Mass of the Last Supper

April 18, 2019
Source: District of Asia
Mass of the Last Supper

The Mass of Holy Thursday has a very special significance as the memorial of the Last Supper.  There is something very touching and moving about this service.  Tonight, if ever, we should take an active part in the great drama and not rest content as mere spectators.  We should regard ourselves as disciples gathered about the Master in the Upper Room, a Master who serves us, speaks consolingly to us and feeds us with His own Body and Blood.

A double strain colors the Mass liturgy, one joyous, one heavy and sad.  The joyous strain: the altar is adorned, the Cross on the high altar is veiled in white, the celebrant wears white vestments; the Gloria, so long absent, is solemnly sung and the bells ring for the last time.  There are only a few days in the church year which touch the heart so deeply.  After the Gloria no bell is sounded, a sign of mourning.  For over this blessed celebration, devoted to the institution of the most holy Sacrament of the Altar, there likewise hangs a veil of deepest sorrow.

On this sacred evening only one Mass may be offered in a given church; the priest of highest rank represent Christ, the rest are His apostles and receive Holy Communion from his hands.  The station church is St. John Lateran, the Pope’s own parish church.  This implies, in the spirit of the liturgy, that all the members of the Church are gathered together around Christ for the Last Supper.

In the Introit we repeat Paul’s humble boast, “We must glory in the Cross of our Lord Jesus Christ…”  The whole good fortune of being redeemed comes before us and we almost forget the bitter suffering in the light of Easter resurrection.  This reference to resurrection in the Introit finds an echo in a very sobering Collect and in the Gradual (“Therefore God exalted Him”).  The Mass, then, is very definitely oriented to Easter.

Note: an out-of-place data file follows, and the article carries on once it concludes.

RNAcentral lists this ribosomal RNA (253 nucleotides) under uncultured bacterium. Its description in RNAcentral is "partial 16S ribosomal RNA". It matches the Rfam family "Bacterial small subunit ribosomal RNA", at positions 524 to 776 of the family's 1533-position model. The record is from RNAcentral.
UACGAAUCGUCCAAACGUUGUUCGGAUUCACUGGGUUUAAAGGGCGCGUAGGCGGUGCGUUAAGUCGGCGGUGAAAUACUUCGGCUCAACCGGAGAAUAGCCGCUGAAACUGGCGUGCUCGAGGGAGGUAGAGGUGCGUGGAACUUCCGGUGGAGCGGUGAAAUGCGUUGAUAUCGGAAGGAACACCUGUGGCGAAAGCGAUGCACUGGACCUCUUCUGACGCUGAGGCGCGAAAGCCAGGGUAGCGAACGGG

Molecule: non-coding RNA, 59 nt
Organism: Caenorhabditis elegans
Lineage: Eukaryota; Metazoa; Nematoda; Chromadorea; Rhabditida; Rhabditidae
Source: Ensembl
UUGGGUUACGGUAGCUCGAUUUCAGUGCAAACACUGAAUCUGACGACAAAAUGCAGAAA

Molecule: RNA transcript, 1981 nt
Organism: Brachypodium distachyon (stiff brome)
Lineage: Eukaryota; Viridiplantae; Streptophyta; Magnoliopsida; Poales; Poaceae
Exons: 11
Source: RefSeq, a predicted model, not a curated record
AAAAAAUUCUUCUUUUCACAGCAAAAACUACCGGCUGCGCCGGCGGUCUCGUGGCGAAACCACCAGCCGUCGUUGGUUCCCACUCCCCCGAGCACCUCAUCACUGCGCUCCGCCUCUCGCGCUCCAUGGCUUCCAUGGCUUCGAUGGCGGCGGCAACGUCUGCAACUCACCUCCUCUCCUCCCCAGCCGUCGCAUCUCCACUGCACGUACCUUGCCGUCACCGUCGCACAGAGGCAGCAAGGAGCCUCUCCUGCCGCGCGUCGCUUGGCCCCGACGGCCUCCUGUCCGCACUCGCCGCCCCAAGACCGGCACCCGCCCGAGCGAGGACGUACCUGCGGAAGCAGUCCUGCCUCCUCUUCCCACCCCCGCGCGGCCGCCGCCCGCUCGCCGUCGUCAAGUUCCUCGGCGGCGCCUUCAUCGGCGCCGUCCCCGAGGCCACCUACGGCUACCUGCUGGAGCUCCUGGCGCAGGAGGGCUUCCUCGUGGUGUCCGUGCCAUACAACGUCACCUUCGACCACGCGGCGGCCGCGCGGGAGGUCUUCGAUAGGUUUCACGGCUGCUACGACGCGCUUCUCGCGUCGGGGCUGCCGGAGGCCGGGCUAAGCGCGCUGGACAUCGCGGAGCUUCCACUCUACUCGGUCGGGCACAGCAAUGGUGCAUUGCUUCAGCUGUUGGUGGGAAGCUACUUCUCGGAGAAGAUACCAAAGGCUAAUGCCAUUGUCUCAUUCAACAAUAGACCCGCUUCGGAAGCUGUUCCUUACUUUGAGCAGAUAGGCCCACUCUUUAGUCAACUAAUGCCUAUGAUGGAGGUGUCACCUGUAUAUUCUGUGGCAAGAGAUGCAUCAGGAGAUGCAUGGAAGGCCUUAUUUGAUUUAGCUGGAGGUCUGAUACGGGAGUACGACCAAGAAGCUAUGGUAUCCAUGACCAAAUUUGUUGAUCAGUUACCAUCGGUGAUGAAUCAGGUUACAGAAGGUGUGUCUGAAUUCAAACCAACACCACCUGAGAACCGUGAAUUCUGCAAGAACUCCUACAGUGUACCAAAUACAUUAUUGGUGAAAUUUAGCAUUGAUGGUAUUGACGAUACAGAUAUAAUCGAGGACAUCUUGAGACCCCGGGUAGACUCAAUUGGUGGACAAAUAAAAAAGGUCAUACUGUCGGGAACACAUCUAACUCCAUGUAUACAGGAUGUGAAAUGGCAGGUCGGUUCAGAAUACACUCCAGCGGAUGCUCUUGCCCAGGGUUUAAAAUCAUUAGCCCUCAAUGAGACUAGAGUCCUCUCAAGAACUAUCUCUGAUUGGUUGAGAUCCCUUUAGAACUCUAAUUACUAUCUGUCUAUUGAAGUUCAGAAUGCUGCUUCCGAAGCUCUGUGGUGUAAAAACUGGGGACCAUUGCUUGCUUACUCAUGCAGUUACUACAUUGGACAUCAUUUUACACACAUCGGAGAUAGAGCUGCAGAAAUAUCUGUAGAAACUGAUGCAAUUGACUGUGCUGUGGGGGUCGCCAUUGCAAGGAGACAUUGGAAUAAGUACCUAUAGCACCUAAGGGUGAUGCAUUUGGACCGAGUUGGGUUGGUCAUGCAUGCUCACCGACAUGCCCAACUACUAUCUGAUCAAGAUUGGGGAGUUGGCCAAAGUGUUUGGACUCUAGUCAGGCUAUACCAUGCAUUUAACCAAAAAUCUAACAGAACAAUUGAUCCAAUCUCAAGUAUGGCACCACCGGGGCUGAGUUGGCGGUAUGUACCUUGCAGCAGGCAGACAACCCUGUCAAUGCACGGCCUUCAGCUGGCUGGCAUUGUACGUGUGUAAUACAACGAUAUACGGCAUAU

Succinctly the Collect relates the deeds of Judas and the good thief to the reward each received, and directs our petition accordingly.  The good thief represents the penitents who today are received back into the kingdom of God.  The Offertory continues this theme, “I shall not die, I shall live and proclaim the works of the Lord.”  References to Judas and his rejection are also found in various places, e.g., in the Epistle (implied, at least, by the mention of unworthy communion); in the Gospel (“the devil having already put into the heart of Judas Iscariot…”); in the Canon (note the play on words, “that most sacred day on which our Lord Jesus Christ was betrayed, traditus – that day on which our Lord Jesus Christ gave, tradidit, to His disciples the sacrament of His Body and Blood”).

The Gospel describes the washing of the feet at the Last Supper.  In an act of divine humility Jesus showed how His commandment of love must be fulfilled by serving others.  The two Lessons give the testament of our departing Master – His Body and His love.  While the feet of twelve persons are being washed, a beautiful hymn on the love of neighbour is chanted: